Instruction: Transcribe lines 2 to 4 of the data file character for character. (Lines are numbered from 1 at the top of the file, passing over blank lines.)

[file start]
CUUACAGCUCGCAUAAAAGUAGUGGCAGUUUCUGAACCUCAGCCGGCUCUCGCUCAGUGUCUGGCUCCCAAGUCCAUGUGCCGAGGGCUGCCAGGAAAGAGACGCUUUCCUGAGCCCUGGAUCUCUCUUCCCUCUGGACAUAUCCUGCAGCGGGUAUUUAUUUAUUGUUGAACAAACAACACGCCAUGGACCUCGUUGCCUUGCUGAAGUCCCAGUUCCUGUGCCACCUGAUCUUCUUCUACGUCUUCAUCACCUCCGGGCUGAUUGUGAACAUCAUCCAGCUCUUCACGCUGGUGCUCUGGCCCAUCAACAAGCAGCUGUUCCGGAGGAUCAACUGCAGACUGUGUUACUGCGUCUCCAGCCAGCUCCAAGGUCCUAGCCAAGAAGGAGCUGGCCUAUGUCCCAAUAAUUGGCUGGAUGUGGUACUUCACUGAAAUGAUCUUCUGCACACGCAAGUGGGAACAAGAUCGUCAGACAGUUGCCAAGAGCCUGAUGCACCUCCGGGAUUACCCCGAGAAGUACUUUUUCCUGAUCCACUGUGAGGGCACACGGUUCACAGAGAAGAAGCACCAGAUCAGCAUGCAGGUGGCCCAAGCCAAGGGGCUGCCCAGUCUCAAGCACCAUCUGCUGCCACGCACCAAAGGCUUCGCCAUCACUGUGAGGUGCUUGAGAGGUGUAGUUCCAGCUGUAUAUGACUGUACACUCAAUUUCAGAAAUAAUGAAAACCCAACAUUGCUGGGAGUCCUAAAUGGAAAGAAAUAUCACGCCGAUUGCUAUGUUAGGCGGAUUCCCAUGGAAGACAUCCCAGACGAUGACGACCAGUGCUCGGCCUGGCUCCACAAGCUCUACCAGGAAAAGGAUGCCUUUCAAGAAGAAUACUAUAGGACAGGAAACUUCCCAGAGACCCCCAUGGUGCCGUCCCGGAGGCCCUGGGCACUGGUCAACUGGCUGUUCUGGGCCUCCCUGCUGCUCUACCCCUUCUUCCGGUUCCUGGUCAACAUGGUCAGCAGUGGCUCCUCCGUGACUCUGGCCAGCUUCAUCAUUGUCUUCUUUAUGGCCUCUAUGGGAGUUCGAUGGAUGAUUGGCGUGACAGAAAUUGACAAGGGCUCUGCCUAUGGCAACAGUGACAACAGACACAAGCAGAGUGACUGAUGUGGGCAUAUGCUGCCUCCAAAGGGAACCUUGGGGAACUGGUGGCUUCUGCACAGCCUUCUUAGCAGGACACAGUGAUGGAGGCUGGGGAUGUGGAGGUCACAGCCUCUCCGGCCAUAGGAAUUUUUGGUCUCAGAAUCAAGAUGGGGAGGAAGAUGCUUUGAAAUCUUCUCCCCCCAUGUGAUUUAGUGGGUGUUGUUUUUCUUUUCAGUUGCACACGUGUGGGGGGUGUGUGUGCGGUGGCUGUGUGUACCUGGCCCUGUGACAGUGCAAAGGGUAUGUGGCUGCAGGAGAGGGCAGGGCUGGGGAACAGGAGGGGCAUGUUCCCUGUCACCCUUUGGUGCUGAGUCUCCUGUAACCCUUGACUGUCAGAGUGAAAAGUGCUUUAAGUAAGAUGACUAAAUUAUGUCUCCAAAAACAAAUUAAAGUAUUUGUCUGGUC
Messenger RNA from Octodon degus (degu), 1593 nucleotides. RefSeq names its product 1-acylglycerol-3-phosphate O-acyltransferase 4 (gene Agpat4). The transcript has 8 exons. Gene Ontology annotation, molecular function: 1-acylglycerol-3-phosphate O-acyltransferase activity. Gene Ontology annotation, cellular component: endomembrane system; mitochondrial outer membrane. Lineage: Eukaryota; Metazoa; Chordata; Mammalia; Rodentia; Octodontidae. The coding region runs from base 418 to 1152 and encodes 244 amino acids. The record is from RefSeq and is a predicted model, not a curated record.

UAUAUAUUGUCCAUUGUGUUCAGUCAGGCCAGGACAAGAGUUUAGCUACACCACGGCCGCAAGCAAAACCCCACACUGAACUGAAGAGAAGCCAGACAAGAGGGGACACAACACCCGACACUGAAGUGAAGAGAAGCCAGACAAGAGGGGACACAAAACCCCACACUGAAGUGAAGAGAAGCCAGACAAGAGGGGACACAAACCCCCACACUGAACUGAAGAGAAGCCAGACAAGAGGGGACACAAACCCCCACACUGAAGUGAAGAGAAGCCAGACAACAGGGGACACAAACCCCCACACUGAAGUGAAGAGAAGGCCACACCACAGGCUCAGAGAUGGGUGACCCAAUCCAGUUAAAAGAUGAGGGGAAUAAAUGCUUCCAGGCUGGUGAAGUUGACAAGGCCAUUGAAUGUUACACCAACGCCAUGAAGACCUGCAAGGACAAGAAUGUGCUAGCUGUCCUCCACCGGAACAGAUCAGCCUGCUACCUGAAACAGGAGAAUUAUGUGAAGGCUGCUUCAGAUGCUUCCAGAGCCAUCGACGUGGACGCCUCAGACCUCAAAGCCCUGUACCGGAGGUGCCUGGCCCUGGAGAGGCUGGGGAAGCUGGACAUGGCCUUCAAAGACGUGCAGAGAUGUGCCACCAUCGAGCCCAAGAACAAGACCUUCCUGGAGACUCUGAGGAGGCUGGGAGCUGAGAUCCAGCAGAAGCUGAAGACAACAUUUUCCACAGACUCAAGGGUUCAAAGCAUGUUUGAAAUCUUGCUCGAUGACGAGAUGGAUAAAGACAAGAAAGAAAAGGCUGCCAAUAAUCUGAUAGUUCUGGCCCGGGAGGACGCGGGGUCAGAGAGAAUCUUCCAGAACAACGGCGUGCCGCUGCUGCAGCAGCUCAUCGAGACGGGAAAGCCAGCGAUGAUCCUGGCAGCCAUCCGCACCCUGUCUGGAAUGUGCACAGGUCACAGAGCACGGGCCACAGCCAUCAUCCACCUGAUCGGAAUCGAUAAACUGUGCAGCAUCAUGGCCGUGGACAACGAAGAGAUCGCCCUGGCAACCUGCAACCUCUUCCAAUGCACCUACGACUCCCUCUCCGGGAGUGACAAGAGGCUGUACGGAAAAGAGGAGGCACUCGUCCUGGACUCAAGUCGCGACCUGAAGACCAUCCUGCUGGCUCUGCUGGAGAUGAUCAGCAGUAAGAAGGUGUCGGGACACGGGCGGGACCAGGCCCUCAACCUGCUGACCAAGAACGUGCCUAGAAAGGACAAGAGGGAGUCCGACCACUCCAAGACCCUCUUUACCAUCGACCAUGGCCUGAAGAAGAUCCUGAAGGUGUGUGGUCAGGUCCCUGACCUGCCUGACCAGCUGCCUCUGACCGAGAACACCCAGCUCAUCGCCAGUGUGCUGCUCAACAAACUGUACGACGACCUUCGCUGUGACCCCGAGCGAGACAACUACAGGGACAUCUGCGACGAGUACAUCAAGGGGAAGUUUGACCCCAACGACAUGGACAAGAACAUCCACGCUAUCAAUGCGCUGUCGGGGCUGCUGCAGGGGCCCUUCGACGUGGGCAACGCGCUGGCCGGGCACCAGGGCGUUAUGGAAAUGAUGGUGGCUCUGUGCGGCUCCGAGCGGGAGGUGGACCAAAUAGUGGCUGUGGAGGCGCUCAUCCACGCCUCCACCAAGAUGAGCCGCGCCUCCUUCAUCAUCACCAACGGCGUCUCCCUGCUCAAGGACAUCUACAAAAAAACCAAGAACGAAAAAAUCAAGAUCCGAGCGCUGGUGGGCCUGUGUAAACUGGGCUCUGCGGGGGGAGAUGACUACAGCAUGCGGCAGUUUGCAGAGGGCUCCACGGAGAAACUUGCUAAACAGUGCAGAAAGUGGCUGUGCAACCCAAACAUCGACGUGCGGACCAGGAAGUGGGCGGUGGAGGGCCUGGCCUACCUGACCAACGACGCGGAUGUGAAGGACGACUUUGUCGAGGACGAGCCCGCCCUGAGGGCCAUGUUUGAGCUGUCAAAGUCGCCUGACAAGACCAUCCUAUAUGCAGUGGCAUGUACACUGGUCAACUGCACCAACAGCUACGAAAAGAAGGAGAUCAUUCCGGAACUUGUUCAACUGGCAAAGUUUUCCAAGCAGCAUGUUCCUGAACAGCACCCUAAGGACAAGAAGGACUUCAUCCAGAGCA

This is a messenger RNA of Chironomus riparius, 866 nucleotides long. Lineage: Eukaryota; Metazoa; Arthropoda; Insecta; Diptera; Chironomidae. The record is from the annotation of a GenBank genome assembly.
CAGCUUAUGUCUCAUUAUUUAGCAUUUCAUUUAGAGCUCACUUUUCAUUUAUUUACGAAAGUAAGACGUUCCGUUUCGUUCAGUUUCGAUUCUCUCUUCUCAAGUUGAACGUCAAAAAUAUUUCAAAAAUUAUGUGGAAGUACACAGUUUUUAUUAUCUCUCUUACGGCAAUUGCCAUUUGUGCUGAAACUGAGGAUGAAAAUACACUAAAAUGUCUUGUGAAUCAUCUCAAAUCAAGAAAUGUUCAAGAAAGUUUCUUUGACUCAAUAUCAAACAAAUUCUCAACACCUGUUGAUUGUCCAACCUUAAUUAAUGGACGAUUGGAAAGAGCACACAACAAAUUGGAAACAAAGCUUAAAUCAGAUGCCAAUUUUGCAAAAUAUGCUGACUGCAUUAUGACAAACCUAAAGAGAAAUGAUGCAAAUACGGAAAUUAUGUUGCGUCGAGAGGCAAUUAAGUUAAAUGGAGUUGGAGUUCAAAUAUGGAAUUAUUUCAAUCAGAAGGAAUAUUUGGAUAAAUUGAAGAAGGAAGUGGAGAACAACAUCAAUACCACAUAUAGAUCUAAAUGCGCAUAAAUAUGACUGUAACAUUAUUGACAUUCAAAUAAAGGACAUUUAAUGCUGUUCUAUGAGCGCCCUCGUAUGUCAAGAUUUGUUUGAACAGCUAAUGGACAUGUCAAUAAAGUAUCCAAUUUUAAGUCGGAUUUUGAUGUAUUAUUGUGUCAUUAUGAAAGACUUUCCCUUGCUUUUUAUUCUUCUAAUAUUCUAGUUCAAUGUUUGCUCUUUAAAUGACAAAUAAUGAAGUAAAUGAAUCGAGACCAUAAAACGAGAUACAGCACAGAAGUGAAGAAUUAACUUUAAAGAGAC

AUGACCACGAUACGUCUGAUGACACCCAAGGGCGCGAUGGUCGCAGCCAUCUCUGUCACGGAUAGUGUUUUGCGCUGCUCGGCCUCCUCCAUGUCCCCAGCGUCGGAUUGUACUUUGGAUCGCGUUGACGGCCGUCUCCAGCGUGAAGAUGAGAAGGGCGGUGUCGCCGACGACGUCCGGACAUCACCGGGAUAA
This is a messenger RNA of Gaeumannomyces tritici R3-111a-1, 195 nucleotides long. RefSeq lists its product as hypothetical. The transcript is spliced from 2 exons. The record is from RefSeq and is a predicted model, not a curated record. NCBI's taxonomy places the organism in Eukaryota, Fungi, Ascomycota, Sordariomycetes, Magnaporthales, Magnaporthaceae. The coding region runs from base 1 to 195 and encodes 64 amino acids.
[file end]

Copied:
Messenger RNA from Octodon degus (degu), 1593 nucleotides. RefSeq names its product 1-acylglycerol-3-phosphate O-acyltransferase 4 (gene Agpat4). The transcript has 8 exons. Gene Ontology annotation, molecular function: 1-acylglycerol-3-phosphate O-acyltransferase activity. Gene Ontology annotation, cellular component: endomembrane system; mitochondrial outer membrane. Lineage: Eukaryota; Metazoa; Chordata; Mammalia; Rodentia; Octodontidae. The coding region runs from base 418 to 1152 and encodes 244 amino acids. The record is from RefSeq and is a predicted model, not a curated record.

UAUAUAUUGUCCAUUGUGUUCAGUCAGGCCAGGACAAGAGUUUAGCUACACCACGGCCGCAAGCAAAACCCCACACUGAACUGAAGAGAAGCCAGACAAGAGGGGACACAACACCCGACACUGAAGUGAAGAGAAGCCAGACAAGAGGGGACACAAAACCCCACACUGAAGUGAAGAGAAGCCAGACAAGAGGGGACACAAACCCCCACACUGAACUGAAGAGAAGCCAGACAAGAGGGGACACAAACCCCCACACUGAAGUGAAGAGAAGCCAGACAACAGGGGACACAAACCCCCACACUGAAGUGAAGAGAAGGCCACACCACAGGCUCAGAGAUGGGUGACCCAAUCCAGUUAAAAGAUGAGGGGAAUAAAUGCUUCCAGGCUGGUGAAGUUGACAAGGCCAUUGAAUGUUACACCAACGCCAUGAAGACCUGCAAGGACAAGAAUGUGCUAGCUGUCCUCCACCGGAACAGAUCAGCCUGCUACCUGAAACAGGAGAAUUAUGUGAAGGCUGCUUCAGAUGCUUCCAGAGCCAUCGACGUGGACGCCUCAGACCUCAAAGCCCUGUACCGGAGGUGCCUGGCCCUGGAGAGGCUGGGGAAGCUGGACAUGGCCUUCAAAGACGUGCAGAGAUGUGCCACCAUCGAGCCCAAGAACAAGACCUUCCUGGAGACUCUGAGGAGGCUGGGAGCUGAGAUCCAGCAGAAGCUGAAGACAACAUUUUCCACAGACUCAAGGGUUCAAAGCAUGUUUGAAAUCUUGCUCGAUGACGAGAUGGAUAAAGACAAGAAAGAAAAGGCUGCCAAUAAUCUGAUAGUUCUGGCCCGGGAGGACGCGGGGUCAGAGAGAAUCUUCCAGAACAACGGCGUGCCGCUGCUGCAGCAGCUCAUCGAGACGGGAAAGCCAGCGAUGAUCCUGGCAGCCAUCCGCACCCUGUCUGGAAUGUGCACAGGUCACAGAGCACGGGCCACAGCCAUCAUCCACCUGAUCGGAAUCGAUAAACUGUGCAGCAUCAUGGCCGUGGACAACGAAGAGAUCGCCCUGGCAACCUGCAACCUCUUCCAAUGCACCUACGACUCCCUCUCCGGGAGUGACAAGAGGCUGUACGGAAAAGAGGAGGCACUCGUCCUGGACUCAAGUCGCGACCUGAAGACCAUCCUGCUGGCUCUGCUGGAGAUGAUCAGCAGUAAGAAGGUGUCGGGACACGGGCGGGACCAGGCCCUCAACCUGCUGACCAAGAACGUGCCUAGAAAGGACAAGAGGGAGUCCGACCACUCCAAGACCCUCUUUACCAUCGACCAUGGCCUGAAGAAGAUCCUGAAGGUGUGUGGUCAGGUCCCUGACCUGCCUGACCAGCUGCCUCUGACCGAGAACACCCAGCUCAUCGCCAGUGUGCUGCUCAACAAACUGUACGACGACCUUCGCUGUGACCCCGAGCGAGACAACUACAGGGACAUCUGCGACGAGUACAUCAAGGGGAAGUUUGACCCCAACGACAUGGACAAGAACAUCCACGCUAUCAAUGCGCUGUCGGGGCUGCUGCAGGGGCCCUUCGACGUGGGCAACGCGCUGGCCGGGCACCAGGGCGUUAUGGAAAUGAUGGUGGCUCUGUGCGGCUCCGAGCGGGAGGUGGACCAAAUAGUGGCUGUGGAGGCGCUCAUCCACGCCUCCACCAAGAUGAGCCGCGCCUCCUUCAUCAUCACCAACGGCGUCUCCCUGCUCAAGGACAUCUACAAAAAAACCAAGAACGAAAAAAUCAAGAUCCGAGCGCUGGUGGGCCUGUGUAAACUGGGCUCUGCGGGGGGAGAUGACUACAGCAUGCGGCAGUUUGCAGAGGGCUCCACGGAGAAACUUGCUAAACAGUGCAGAAAGUGGCUGUGCAACCCAAACAUCGACGUGCGGACCAGGAAGUGGGCGGUGGAGGGCCUGGCCUACCUGACCAACGACGCGGAUGUGAAGGACGACUUUGUCGAGGACGAGCCCGCCCUGAGGGCCAUGUUUGAGCUGUCAAAGUCGCCUGACAAGACCAUCCUAUAUGCAGUGGCAUGUACACUGGUCAACUGCACCAACAGCUACGAAAAGAAGGAGAUCAUUCCGGAACUUGUUCAACUGGCAAAGUUUUCCAAGCAGCAUGUUCCUGAACAGCACCCUAAGGACAAGAAGGACUUCAUCCAGAGCA

This is a messenger RNA of Chironomus riparius, 866 nucleotides long. Lineage: Eukaryota; Metazoa; Arthropoda; Insecta; Diptera; Chironomidae. The record is from the annotation of a GenBank genome assembly.